We can see that our limit is similar to one of our limit results involving Eulerโ€™s number, which is lim๏—โ†’๏Šฆ(1+๐‘ฅ)=๐‘’.๏Ž ๏‘

So, we can try using this result to help us evaluate our limit.

To do this, we want our exponent 1110๐‘ฅ to be the same as that of the limit result, which is 1๐‘ฅ. To do this, we will start by using our laws of exponents to rewrite our limit: limlim๏—โ†’๏Šฆ๏—โ†’๏Šฆ(๐‘ฅ+1)=๏€ฝ(1+๐‘ฅ)๏‰,๏Ž ๏Ž ๏Ž ๏ŽŸ๏‘๏Ž ๏‘๏Ž ๏Ž ๏Ž ๏ŽŸ where we reorder the terms inside our parentheses and use the fact that 1110๐‘ฅ=1๐‘ฅโ‹…1110.

At this point, we want to use our limit result involving Eulerโ€™s number; however, we first need to take our exponent outside of our limit altogether and to do that we need to use the power rule for limits.

This tells us we can take the exponent outside of the limit provided our new limit exists.

In our case, we have limlim๏—โ†’๏Šฆ๏—โ†’๏Šฆ๏€ฝ(1+๐‘ฅ)๏‰=๏€ฝ(1+๐‘ฅ)๏‰,๏Ž ๏‘๏Ž ๏Ž ๏Ž ๏ŽŸ๏Ž ๏‘๏Ž ๏Ž ๏Ž ๏ŽŸ and we know that this is true because the limit inside our parentheses is exactly the same as the limit result involving Eulerโ€™s number. Substituting this limit being equal to ๐‘’, we get ๏€ฝ(1+๐‘ฅ)๏‰=๐‘’.lim๏—โ†’๏Šฆ๏Ž ๏‘๏Ž ๏Ž ๏Ž ๏ŽŸ๏Ž ๏Ž ๏Ž ๏ŽŸ

It is not always possible to directly use our limit results for Eulerโ€™s number ๐‘’. We may have to use other tools such as polynomial division, factoring, or substitution. However, the basic premise is the same, we take a limit we are unable to evaluate and write it in a form for ๐‘’, which we can use then our limit results to evaluate.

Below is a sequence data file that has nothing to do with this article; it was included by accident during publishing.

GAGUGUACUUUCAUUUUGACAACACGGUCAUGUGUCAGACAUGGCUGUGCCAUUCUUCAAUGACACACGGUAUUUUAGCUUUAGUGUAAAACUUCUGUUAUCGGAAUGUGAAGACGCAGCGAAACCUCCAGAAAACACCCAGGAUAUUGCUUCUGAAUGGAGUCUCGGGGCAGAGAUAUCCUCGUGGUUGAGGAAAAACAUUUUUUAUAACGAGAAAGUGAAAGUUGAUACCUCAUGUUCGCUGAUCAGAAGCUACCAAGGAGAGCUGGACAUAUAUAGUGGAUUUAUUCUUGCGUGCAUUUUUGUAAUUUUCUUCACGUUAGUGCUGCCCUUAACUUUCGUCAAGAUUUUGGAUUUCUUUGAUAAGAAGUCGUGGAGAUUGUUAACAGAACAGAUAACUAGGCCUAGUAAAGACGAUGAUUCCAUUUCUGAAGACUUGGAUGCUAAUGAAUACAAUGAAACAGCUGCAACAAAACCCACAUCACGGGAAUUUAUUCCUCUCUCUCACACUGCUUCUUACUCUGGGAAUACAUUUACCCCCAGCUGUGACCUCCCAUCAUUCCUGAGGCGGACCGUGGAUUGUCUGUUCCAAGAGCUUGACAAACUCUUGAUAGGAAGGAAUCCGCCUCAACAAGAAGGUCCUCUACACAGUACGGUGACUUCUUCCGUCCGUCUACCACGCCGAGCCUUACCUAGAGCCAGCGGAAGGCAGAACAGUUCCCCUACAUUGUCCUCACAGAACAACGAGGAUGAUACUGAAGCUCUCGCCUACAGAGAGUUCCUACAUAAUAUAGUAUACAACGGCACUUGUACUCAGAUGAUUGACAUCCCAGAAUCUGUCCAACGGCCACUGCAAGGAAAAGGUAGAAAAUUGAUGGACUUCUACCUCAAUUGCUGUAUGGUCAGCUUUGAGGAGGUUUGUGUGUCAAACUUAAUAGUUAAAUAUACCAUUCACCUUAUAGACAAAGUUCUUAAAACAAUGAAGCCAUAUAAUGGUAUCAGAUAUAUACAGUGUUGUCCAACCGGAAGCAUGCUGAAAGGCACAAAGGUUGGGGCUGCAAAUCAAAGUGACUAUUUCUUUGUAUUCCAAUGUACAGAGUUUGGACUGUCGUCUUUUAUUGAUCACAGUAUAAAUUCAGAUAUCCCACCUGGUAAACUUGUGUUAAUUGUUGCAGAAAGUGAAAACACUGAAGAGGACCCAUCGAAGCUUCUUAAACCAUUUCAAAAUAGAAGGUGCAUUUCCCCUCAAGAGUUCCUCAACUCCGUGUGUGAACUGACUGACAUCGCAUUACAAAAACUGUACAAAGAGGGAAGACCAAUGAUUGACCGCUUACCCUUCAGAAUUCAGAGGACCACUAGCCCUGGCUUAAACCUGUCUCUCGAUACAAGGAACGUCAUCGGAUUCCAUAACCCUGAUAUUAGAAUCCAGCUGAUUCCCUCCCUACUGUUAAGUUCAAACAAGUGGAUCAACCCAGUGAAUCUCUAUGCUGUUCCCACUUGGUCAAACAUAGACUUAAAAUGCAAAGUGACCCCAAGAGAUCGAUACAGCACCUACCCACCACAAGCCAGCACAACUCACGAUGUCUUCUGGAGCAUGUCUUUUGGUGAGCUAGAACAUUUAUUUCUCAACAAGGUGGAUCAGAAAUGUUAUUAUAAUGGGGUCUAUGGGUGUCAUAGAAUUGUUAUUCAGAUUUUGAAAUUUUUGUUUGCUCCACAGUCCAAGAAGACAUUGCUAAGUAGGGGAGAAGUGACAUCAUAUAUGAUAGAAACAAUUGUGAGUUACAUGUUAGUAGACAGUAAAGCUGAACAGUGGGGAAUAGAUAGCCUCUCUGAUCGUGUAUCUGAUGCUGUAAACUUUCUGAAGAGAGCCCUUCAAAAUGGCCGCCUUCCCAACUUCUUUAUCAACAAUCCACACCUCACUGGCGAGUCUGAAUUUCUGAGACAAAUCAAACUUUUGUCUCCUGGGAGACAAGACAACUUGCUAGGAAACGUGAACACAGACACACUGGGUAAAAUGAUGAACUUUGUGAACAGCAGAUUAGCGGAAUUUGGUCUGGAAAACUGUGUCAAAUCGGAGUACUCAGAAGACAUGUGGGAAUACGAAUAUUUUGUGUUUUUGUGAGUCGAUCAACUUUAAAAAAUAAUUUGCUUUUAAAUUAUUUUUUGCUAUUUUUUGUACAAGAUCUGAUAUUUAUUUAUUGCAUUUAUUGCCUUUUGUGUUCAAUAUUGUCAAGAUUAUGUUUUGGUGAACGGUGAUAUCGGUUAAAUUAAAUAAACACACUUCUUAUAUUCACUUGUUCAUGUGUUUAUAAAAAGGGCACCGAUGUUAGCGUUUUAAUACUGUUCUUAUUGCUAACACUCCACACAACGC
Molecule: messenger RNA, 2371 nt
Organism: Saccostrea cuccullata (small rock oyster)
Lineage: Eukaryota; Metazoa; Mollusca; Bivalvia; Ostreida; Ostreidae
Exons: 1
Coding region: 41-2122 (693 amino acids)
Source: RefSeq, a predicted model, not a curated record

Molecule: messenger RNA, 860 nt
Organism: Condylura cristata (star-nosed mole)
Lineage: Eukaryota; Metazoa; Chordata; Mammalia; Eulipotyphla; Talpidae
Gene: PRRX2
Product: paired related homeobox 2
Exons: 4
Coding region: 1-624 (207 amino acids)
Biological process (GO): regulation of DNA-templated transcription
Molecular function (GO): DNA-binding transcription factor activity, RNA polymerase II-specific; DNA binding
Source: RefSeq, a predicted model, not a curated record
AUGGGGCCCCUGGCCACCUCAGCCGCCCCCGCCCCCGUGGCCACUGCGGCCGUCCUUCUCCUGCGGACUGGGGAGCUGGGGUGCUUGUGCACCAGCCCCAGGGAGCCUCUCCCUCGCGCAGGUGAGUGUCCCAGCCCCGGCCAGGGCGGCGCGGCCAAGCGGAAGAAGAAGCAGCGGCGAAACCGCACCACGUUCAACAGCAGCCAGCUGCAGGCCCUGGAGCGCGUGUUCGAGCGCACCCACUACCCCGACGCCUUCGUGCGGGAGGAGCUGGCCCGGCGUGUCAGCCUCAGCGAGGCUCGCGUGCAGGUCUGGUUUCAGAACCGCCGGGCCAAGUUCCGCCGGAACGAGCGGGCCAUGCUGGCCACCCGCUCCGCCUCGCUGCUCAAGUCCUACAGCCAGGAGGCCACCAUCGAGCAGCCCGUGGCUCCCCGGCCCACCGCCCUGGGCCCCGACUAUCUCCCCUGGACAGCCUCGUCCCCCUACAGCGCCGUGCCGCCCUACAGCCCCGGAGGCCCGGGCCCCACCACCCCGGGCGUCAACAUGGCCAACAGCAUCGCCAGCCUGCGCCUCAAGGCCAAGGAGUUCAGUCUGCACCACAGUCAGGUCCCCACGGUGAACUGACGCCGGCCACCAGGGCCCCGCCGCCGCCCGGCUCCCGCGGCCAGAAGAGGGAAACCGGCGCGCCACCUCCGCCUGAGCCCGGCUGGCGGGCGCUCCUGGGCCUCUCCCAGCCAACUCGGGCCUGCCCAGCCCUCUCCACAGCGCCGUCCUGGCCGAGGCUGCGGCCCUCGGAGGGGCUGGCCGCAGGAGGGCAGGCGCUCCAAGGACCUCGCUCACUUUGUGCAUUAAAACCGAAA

Example 3: Evaluating a Limit by Transforming It into the Natural Exponent Limit Form

Determine lim๏—โ†’โˆž๏Šซ๏—๏€ผ1โˆ’7๐‘ฅ๏ˆ.

Answer

We are asked to evaluate a limit that we could attempt to evaluate directly. Thus, as ๐‘ฅ approaches โˆž, the expression inside our parentheses approaches 1 and the exponent is growing without bound. Hence, we have lim๏—โ†’โˆž๏Šซ๏—โˆž๏€ผ1โˆ’7๐‘ฅ๏ˆ=1.

This is an indeterminate form, so we will need to try another method to evaluate this limit.

This limit is similar to one of the limit results involving Eulerโ€™s number, so we can try using this result to help us evaluate our limit. We have a lot of choices in how to go about this.

We are going to try and write this limit in a form where we can use ๐‘’=(1+๐‘›).lim๏Šโ†’๏Šฆ๏Ž ๏‘ƒ

However, it is also possible to use ๐‘’=๏€ผ1+1๐‘›๏ˆ.lim๏Šโ†’โˆž๏Š

Usually, one of the limit results ends up being easier than the other and it can be very difficult to tell which limit result to use just by looking at the question, so if we get stuck using one result, we can always try using the other limit that is in the form with exponent 1๐‘›.

To write our limit in this form, we will want to use a substitution. We would like 1+๐‘› inside our parentheses, so we use the substitution ๐‘›=โˆ’7๐‘ฅ.

We can rearrange this substitution to find ๐‘ฅ in terms of ๐‘› so that ๐‘ฅ=โˆ’7๐‘›.

Multiplying this through by 5, we then have 5๐‘ฅ=โˆ’35๐‘›.

By using this substitution, we can rewrite our limit as limlim๏—โ†’โˆž๏Šซ๏—๏—โ†’โˆž๏€ผ1โˆ’7๐‘ฅ๏ˆ=(1+๐‘›).๏Žช๏Žข๏Žค๏‘ƒ